First, collect the eggs. Hold the chicken coop open with one hand; hold your breath to avoid the smell. Put the eggs in a plastic bowl and lower the coop door. Make sure it’s locked; a fox got one of the fat white hens a few weeks ago. Let yourself breathe fresh air again as you walk back to the house.
Wash your hands with lemon-scented dish soap.
Take the margarine from the fridge, and the milk. Pull the bread from the cupboard. Check to make sure the cat didn’t gnaw on the bag. Listen for the sound of the TV in the living room. Your father is watching the news.
Take the orange juice concentrate out of the freezer. Pull the tab, pop off the lid and squeeze the cardboard can, still frosty. Mix it in the brown Tupperware pitcher with a long wooden spoon. Lick the sticky concentrate from your fingers.
Wash your hands again.
Set the table with the big plates for everyone, even your little brother, even you. Fold the paper napkins diagonally; weight each one down with a fork. Napkins and forks go to the left of the plates, knives (blades turned inward) and spoons to the right. Nobody actually needs a spoon, but that’s the proper way to do it. Put the salt shaker in front of your father’s plate.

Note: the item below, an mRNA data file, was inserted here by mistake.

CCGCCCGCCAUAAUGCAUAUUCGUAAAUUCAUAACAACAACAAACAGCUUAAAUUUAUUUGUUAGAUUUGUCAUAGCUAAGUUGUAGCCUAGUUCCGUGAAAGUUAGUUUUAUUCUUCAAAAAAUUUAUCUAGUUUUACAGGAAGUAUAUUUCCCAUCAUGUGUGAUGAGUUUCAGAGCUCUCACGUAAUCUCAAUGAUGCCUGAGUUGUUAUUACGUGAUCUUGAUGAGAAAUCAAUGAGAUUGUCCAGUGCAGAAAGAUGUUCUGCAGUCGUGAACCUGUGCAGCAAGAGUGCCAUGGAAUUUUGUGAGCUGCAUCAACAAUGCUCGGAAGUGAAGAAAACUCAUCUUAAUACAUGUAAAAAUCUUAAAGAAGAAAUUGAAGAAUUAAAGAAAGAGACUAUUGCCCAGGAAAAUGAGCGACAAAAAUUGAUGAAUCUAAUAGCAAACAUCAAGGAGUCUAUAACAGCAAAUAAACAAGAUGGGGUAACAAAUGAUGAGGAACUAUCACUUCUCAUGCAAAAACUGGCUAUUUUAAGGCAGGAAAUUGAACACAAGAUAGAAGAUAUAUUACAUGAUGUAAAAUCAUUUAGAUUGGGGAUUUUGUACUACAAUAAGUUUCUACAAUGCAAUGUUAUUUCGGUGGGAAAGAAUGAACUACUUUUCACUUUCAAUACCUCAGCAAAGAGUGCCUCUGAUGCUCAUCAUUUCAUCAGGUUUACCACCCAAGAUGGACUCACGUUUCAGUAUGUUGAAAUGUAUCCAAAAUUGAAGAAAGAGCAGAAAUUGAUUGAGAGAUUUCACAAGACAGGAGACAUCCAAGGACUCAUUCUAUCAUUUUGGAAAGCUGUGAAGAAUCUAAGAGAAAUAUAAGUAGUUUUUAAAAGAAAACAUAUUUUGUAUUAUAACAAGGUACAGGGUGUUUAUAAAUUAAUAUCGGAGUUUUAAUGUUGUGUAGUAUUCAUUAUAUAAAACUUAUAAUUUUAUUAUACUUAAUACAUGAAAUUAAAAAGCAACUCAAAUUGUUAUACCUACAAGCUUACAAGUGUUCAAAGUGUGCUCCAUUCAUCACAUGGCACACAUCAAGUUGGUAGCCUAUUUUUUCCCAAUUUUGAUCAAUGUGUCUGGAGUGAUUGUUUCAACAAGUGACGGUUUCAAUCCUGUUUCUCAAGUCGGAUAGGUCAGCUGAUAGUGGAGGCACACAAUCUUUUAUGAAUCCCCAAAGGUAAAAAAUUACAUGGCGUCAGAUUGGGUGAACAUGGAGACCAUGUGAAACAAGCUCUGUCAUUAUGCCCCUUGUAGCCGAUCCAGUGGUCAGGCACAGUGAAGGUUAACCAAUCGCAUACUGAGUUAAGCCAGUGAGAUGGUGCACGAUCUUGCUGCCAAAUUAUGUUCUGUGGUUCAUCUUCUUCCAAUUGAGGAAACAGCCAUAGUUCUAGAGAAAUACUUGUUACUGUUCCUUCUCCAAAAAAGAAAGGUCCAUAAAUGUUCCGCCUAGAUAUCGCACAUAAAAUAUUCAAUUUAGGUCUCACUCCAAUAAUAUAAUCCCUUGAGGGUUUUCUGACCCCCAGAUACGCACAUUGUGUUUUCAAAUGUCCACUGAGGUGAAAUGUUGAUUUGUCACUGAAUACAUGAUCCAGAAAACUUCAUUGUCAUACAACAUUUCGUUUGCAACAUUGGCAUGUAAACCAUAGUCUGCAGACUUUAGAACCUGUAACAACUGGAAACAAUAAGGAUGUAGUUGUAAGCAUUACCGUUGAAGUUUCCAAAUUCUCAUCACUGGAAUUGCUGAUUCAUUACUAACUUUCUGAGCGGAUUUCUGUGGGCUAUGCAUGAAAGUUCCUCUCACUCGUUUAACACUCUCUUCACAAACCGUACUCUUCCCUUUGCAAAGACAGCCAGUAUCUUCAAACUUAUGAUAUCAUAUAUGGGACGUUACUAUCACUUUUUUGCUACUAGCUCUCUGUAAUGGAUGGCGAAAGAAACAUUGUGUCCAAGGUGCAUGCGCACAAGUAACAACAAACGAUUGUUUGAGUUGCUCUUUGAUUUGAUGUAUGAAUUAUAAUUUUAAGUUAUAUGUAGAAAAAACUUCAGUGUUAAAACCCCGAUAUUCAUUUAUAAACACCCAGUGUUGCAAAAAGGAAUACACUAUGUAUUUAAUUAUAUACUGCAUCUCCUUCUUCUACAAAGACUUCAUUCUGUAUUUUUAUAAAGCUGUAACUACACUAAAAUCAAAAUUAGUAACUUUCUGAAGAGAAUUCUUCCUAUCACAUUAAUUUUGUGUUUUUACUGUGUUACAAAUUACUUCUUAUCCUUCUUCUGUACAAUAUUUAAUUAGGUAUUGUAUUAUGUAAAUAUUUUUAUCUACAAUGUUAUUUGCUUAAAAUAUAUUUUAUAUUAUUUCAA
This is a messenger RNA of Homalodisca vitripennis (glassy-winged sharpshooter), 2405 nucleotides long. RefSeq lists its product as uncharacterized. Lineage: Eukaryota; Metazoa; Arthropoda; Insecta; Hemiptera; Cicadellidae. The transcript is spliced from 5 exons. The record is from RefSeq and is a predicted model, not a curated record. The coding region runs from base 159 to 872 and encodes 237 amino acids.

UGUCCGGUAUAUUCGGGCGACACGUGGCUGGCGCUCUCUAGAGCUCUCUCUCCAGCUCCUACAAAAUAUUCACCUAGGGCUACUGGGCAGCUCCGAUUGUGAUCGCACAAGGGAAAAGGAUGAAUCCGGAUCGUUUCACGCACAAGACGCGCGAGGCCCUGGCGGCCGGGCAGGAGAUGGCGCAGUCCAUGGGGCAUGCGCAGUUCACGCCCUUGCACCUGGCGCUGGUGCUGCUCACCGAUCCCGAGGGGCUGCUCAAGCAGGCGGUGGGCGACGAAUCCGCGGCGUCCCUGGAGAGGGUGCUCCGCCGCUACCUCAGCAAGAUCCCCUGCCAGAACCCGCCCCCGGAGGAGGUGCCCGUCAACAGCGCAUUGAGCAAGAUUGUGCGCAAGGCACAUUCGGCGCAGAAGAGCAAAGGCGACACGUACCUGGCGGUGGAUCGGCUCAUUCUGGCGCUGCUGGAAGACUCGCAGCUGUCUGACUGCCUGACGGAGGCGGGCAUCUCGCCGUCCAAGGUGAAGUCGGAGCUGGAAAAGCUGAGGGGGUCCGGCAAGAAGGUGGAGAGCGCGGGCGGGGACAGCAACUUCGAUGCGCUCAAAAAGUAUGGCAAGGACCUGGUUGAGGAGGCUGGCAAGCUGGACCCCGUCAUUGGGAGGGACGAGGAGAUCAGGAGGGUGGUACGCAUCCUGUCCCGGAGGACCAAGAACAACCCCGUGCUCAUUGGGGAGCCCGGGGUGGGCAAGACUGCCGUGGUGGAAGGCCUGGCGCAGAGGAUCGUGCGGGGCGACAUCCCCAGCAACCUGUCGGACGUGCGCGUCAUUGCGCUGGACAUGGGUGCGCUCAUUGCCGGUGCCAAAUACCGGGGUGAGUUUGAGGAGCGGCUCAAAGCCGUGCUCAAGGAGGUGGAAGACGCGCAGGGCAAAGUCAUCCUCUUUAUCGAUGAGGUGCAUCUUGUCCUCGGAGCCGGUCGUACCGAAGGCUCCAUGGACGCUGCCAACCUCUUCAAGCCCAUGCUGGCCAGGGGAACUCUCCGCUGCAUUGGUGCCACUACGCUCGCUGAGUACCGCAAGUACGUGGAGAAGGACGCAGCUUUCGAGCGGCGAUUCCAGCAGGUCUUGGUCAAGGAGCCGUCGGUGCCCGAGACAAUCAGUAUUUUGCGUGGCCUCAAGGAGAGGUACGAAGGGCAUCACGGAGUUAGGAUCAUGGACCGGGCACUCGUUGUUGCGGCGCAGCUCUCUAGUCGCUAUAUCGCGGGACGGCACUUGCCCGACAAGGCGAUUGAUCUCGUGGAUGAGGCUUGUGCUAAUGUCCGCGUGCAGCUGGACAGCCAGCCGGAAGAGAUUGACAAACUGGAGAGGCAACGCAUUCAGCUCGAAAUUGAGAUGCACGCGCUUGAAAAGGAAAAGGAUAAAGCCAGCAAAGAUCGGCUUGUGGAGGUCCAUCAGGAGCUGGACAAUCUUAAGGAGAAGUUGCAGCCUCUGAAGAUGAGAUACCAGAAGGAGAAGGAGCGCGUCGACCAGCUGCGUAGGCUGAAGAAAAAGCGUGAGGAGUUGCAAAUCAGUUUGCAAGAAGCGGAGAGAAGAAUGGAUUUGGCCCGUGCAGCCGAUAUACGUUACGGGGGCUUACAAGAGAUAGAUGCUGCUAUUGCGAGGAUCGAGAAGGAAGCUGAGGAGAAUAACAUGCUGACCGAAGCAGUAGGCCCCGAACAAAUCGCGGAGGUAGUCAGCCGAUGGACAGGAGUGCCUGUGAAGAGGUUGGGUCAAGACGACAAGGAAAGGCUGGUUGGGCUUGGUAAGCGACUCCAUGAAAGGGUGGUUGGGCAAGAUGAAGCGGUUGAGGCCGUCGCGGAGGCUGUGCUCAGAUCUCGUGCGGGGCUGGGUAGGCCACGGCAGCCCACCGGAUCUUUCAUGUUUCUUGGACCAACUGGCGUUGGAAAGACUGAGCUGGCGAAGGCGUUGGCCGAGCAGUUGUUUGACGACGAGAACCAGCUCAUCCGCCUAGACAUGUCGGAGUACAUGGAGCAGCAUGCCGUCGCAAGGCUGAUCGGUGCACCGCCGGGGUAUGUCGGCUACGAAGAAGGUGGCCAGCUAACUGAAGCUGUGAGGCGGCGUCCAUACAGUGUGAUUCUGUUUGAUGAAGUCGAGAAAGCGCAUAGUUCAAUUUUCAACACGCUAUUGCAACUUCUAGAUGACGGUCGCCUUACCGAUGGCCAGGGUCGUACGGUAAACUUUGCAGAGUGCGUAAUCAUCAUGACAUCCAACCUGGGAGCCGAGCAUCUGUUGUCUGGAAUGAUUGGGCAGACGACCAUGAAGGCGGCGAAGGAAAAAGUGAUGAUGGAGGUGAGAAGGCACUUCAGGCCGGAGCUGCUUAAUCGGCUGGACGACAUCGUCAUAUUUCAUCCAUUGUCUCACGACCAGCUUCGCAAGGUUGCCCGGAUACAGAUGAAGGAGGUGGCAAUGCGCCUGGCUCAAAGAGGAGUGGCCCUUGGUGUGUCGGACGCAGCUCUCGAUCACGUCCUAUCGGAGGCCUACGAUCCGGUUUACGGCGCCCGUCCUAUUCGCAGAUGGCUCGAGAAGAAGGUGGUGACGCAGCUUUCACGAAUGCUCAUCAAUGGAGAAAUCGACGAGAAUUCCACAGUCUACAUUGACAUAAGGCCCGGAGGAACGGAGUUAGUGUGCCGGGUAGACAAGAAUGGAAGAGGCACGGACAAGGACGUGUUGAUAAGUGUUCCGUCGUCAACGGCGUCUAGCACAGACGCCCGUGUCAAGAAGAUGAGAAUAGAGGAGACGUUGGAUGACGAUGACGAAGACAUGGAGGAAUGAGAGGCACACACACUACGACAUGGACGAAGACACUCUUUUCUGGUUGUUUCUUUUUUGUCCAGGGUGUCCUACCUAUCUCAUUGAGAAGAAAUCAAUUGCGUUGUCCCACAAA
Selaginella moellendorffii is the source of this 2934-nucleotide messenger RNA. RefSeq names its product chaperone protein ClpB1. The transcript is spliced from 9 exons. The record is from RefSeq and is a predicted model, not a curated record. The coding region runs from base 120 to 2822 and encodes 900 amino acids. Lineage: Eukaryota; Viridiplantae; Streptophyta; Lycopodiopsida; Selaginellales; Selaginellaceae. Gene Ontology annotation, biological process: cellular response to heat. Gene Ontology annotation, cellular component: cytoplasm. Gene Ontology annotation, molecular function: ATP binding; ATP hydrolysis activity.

Turn on the electric stove. Crack the eggs into a large, chipped Pyrex measuring cup. (You broke it making oatmeal cookies last winter.) Add some milk—you don’t know why, but that’s how your mother always did it, so you do it that way, too. Whisk briskly until the liquid is smooth and pale yellow. Add margarine to the frying pan and wait for it to coat the bottom. Pour in the beaten eggs.
Make toast in batches, two slices at a time. Snatch it out of the toaster with your fingers and spread it with margarine before it cools. In between batches, scramble the eggs gently. Cut the toast in triangles and arrange them on a plate in neat stacks. This might be the most satisfying part.
When the eggs are cooked through, turn off the stove and slide them onto a platter. Carry the steaming platter to the dining room; hold your breath.
Call everyone to the table. Your mother stumbles in from her bedroom, half asleep. Your father puts out his cigarette. Your brother drinks all of his juice before anyone else sits down. Fill their plates, then nibble on lukewarm toast while your family eats; you don’t actually like eggs at all.